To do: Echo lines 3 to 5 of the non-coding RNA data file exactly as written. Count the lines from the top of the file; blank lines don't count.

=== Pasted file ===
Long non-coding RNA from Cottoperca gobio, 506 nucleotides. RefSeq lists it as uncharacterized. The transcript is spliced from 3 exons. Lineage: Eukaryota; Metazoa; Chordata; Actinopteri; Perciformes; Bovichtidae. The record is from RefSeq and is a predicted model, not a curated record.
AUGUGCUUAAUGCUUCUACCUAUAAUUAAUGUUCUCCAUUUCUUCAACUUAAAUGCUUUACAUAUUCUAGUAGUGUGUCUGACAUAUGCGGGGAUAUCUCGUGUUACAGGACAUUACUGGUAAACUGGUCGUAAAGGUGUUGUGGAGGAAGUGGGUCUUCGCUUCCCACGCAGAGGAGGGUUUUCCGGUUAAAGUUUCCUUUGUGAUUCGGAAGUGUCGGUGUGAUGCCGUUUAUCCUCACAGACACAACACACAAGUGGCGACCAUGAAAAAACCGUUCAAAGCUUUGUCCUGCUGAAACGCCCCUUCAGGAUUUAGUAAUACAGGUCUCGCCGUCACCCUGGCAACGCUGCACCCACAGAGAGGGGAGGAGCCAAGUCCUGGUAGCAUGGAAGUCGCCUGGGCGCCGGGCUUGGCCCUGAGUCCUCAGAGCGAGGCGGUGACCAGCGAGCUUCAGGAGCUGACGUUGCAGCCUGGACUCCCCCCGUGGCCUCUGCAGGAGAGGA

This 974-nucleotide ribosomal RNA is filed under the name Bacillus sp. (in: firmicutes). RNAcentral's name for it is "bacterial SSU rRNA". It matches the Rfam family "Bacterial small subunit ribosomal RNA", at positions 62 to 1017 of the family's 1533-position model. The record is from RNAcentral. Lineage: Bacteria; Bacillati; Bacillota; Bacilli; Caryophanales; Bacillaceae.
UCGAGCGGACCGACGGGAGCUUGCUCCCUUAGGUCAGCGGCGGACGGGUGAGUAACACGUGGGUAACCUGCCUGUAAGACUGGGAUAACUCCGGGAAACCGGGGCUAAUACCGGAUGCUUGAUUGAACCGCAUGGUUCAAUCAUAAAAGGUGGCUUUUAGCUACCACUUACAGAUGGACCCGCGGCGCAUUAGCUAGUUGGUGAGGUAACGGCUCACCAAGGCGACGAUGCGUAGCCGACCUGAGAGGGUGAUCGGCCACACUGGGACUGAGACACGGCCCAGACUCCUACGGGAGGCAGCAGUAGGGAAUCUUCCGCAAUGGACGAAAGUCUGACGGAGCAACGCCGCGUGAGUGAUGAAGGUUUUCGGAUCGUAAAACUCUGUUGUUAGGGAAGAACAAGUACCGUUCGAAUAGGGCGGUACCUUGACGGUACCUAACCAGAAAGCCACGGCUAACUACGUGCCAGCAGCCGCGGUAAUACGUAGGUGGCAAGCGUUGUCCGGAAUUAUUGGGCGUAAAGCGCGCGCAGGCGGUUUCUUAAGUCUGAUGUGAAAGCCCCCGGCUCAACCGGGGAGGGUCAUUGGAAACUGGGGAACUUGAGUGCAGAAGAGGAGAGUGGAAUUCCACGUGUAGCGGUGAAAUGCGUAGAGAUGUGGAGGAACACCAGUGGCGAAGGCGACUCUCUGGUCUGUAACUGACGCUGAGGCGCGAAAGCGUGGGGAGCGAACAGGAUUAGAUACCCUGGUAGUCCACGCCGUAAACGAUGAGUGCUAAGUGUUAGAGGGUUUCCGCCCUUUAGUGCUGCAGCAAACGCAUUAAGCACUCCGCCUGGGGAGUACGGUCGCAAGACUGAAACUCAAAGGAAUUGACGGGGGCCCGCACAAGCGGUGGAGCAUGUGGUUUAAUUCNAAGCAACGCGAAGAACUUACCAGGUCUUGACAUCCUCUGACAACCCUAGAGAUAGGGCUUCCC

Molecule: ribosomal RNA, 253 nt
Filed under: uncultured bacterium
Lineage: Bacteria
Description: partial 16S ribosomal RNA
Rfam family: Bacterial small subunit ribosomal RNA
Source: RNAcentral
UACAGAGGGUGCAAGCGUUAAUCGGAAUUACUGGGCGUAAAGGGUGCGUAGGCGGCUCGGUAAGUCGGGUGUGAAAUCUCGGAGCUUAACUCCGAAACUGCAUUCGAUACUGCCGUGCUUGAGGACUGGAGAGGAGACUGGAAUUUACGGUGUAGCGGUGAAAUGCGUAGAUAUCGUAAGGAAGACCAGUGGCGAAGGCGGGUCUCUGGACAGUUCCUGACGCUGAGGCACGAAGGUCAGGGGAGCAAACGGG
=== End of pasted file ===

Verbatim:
This 974-nucleotide ribosomal RNA is filed under the name Bacillus sp. (in: firmicutes). RNAcentral's name for it is "bacterial SSU rRNA". It matches the Rfam family "Bacterial small subunit ribosomal RNA", at positions 62 to 1017 of the family's 1533-position model. The record is from RNAcentral. Lineage: Bacteria; Bacillati; Bacillota; Bacilli; Caryophanales; Bacillaceae.
UCGAGCGGACCGACGGGAGCUUGCUCCCUUAGGUCAGCGGCGGACGGGUGAGUAACACGUGGGUAACCUGCCUGUAAGACUGGGAUAACUCCGGGAAACCGGGGCUAAUACCGGAUGCUUGAUUGAACCGCAUGGUUCAAUCAUAAAAGGUGGCUUUUAGCUACCACUUACAGAUGGACCCGCGGCGCAUUAGCUAGUUGGUGAGGUAACGGCUCACCAAGGCGACGAUGCGUAGCCGACCUGAGAGGGUGAUCGGCCACACUGGGACUGAGACACGGCCCAGACUCCUACGGGAGGCAGCAGUAGGGAAUCUUCCGCAAUGGACGAAAGUCUGACGGAGCAACGCCGCGUGAGUGAUGAAGGUUUUCGGAUCGUAAAACUCUGUUGUUAGGGAAGAACAAGUACCGUUCGAAUAGGGCGGUACCUUGACGGUACCUAACCAGAAAGCCACGGCUAACUACGUGCCAGCAGCCGCGGUAAUACGUAGGUGGCAAGCGUUGUCCGGAAUUAUUGGGCGUAAAGCGCGCGCAGGCGGUUUCUUAAGUCUGAUGUGAAAGCCCCCGGCUCAACCGGGGAGGGUCAUUGGAAACUGGGGAACUUGAGUGCAGAAGAGGAGAGUGGAAUUCCACGUGUAGCGGUGAAAUGCGUAGAGAUGUGGAGGAACACCAGUGGCGAAGGCGACUCUCUGGUCUGUAACUGACGCUGAGGCGCGAAAGCGUGGGGAGCGAACAGGAUUAGAUACCCUGGUAGUCCACGCCGUAAACGAUGAGUGCUAAGUGUUAGAGGGUUUCCGCCCUUUAGUGCUGCAGCAAACGCAUUAAGCACUCCGCCUGGGGAGUACGGUCGCAAGACUGAAACUCAAAGGAAUUGACGGGGGCCCGCACAAGCGGUGGAGCAUGUGGUUUAAUUCNAAGCAACGCGAAGAACUUACCAGGUCUUGACAUCCUCUGACAACCCUAGAGAUAGGGCUUCCC

Molecule: ribosomal RNA, 253 nt